Four Pets Face Off for Furry Fame

Finalists vie for a coveted spot in Tallahassee Magazine
Photos by Dave Barfield and courtesy of Black and Hue Photography (Loic)

We call it the Final Fur.

It’s our snuggly version of a college basketball event that’s just as competitive but not nearly as cute.

The Final Fur of our Tally Top Pet contest features a Boykin spaniel named Duncan, a Pixie-bob cat named Loic, a mixed-breed dog named Luna and a bulldog mix named Roxie.

They stand as Tallahassee’s four-legged elite. They’re survivors — two of them from particularly harsh experiences — and they outlasted hundreds of dogs and cats in a contest that celebrates pet ownership and adoption.

To establish a tournament field of 16, online voters late last year paid $1 per vote for their favorite pet, based on online photo submissions.

All proceeds benefited Be the Solution, which provides vouchers for free spaying and neutering in an effort to decrease homeless pet populations and animal suffering.

North Florida Animal Hospital serves as the contest sponsor and Be the Solution’s top partner in providing spaying and neutering services.

Online voting continued in January, when the contest no longer required a $1 donation. We built an NCAA-style bracket in which we pitted one pet against another until we got down to fur — make that four.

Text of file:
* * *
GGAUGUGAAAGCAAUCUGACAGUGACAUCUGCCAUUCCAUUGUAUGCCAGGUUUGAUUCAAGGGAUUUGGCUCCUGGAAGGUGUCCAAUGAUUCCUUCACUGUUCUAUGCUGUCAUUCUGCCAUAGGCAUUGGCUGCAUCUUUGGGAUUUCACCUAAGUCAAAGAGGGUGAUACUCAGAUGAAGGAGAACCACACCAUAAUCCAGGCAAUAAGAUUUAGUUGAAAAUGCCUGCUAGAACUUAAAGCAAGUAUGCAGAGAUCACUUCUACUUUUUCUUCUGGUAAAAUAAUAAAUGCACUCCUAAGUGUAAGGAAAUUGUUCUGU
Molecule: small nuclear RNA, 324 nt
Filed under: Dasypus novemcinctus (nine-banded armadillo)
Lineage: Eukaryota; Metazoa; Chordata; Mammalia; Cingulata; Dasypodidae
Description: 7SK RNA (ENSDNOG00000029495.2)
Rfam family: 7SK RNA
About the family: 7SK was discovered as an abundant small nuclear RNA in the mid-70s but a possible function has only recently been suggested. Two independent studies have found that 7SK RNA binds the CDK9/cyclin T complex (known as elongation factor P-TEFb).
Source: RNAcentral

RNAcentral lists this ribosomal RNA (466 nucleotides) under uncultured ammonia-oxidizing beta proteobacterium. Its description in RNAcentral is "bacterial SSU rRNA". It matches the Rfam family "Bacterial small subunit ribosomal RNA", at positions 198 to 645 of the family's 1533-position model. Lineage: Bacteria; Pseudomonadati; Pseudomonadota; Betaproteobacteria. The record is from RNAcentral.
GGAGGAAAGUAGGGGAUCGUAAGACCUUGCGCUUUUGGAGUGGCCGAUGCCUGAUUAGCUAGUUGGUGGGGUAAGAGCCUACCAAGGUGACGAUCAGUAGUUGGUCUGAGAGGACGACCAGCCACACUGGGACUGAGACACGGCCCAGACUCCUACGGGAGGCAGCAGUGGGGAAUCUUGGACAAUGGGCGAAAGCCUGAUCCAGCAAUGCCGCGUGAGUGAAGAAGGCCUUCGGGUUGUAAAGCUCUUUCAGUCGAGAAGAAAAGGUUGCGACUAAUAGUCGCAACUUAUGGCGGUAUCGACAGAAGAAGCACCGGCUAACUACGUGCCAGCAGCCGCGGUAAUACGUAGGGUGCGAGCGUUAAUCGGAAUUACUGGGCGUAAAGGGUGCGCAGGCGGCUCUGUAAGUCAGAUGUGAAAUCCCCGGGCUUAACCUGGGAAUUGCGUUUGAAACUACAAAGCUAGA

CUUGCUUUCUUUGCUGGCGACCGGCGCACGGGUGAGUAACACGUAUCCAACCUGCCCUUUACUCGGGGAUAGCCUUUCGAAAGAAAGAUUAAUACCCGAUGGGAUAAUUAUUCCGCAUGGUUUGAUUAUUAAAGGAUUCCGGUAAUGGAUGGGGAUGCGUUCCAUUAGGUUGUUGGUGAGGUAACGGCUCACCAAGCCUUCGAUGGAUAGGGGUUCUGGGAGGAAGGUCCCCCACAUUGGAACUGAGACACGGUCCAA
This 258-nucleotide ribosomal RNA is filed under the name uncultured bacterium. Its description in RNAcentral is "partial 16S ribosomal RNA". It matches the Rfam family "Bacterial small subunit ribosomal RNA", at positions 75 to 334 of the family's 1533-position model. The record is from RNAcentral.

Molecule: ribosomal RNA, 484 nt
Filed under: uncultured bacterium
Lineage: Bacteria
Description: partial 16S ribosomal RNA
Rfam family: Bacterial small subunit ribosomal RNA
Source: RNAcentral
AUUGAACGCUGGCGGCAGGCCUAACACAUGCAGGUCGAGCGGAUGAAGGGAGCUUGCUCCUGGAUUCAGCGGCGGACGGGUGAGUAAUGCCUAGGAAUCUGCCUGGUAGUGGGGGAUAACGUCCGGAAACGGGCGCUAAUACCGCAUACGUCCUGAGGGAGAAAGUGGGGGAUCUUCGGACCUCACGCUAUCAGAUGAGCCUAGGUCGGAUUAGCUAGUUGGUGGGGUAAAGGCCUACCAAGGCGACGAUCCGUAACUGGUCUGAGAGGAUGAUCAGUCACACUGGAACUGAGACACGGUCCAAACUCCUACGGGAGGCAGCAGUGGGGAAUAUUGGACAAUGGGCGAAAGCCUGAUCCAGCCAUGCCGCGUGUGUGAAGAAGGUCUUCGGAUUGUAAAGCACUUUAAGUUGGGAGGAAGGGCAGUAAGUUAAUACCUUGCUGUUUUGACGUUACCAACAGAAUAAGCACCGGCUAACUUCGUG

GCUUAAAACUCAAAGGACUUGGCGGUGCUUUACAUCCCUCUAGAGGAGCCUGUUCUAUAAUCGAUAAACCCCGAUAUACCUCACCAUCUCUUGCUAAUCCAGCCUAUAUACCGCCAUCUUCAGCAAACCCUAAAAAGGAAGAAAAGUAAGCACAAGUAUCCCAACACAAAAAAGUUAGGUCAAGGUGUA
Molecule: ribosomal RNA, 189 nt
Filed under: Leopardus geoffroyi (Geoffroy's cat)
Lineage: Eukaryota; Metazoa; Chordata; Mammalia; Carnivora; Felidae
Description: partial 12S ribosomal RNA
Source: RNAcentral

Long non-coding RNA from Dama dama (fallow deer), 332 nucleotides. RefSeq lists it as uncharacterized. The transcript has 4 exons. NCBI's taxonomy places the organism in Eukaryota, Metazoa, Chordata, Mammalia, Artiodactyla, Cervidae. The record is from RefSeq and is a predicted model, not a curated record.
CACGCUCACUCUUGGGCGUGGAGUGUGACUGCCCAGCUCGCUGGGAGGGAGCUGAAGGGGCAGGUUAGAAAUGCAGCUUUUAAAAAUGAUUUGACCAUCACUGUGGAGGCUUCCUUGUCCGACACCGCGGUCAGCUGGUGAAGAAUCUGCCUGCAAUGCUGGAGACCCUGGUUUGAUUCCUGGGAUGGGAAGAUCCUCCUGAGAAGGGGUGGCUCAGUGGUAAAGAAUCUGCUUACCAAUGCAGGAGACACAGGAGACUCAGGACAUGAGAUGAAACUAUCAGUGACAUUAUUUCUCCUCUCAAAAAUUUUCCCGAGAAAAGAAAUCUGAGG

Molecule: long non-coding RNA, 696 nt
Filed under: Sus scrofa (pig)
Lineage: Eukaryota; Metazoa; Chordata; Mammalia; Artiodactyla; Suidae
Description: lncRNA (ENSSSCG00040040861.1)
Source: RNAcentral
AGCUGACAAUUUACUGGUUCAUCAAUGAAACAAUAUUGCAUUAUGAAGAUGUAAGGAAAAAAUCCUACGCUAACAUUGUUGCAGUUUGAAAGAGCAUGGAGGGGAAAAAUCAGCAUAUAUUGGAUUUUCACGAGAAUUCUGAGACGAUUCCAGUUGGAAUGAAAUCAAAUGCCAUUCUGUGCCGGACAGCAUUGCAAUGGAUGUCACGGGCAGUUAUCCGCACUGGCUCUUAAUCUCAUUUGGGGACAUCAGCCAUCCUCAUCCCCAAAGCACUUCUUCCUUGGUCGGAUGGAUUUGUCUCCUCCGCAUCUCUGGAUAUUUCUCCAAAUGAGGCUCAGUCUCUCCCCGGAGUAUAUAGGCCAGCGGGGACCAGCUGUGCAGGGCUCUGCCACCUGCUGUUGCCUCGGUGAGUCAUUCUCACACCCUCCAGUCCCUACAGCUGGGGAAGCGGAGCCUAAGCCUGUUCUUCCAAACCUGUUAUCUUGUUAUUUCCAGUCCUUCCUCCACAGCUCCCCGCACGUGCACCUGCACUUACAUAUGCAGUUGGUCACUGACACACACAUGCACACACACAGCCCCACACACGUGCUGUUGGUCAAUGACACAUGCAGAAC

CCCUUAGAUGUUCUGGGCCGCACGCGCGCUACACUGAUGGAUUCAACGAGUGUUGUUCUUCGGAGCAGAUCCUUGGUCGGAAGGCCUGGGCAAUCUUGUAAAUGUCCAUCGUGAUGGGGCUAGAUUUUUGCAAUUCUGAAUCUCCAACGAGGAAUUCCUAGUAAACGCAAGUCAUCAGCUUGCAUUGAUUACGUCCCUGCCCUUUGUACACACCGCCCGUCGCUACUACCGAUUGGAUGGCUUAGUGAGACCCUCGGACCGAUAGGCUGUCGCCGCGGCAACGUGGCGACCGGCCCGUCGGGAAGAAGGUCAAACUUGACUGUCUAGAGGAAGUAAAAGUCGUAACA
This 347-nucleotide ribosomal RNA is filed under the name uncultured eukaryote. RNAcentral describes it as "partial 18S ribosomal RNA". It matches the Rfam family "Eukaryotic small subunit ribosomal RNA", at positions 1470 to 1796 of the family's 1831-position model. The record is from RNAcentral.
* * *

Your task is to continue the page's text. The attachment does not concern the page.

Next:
Voting for the next round ends March 3, when we’ll be left with two pets. Voting on March 4-11 will crown the Tally Top Pet, who will grace the cover of Tallahassee Magazine’s May/June issue.

Take a look at our Final Fur. You’ll find no Kentucky Wildcats or dogs named Duke. But their owners insist you’ll find champions.

 

Duncan

Photo by Dave Barfield

To his forever family, he’s a “brown warrior.”

That’s one translation of Duncan’s name, derived from Gaelic.

“He spent his first two years in a pen,” Gina Smith said.

Smith and her fiancé, Craig Graham, said they adopted Duncan through Operation Little Brown Dog, a national nonprofit organization that rescues Boykin spaniels. The organization had rescued Duncan from a breeder who had kept him caged, they said.

Smith said Duncan was skittish and scared of strangers when she picked him up from a Jacksonville volunteer about a year ago.

“Duncan seemed to know immediately he was going to his forever home,” she wrote in a Tally Top Pet questionnaire. “On the entire drive to our house, he kept sticking his little face into the front seat to lick my face to let me know he was so grateful to be going to his new home.”

His new owners call him smart, spunky, affectionate and energetic, with vertical jumps of up to six feet.

“Sometimes I think he’s on a pogo stick,” Smith said.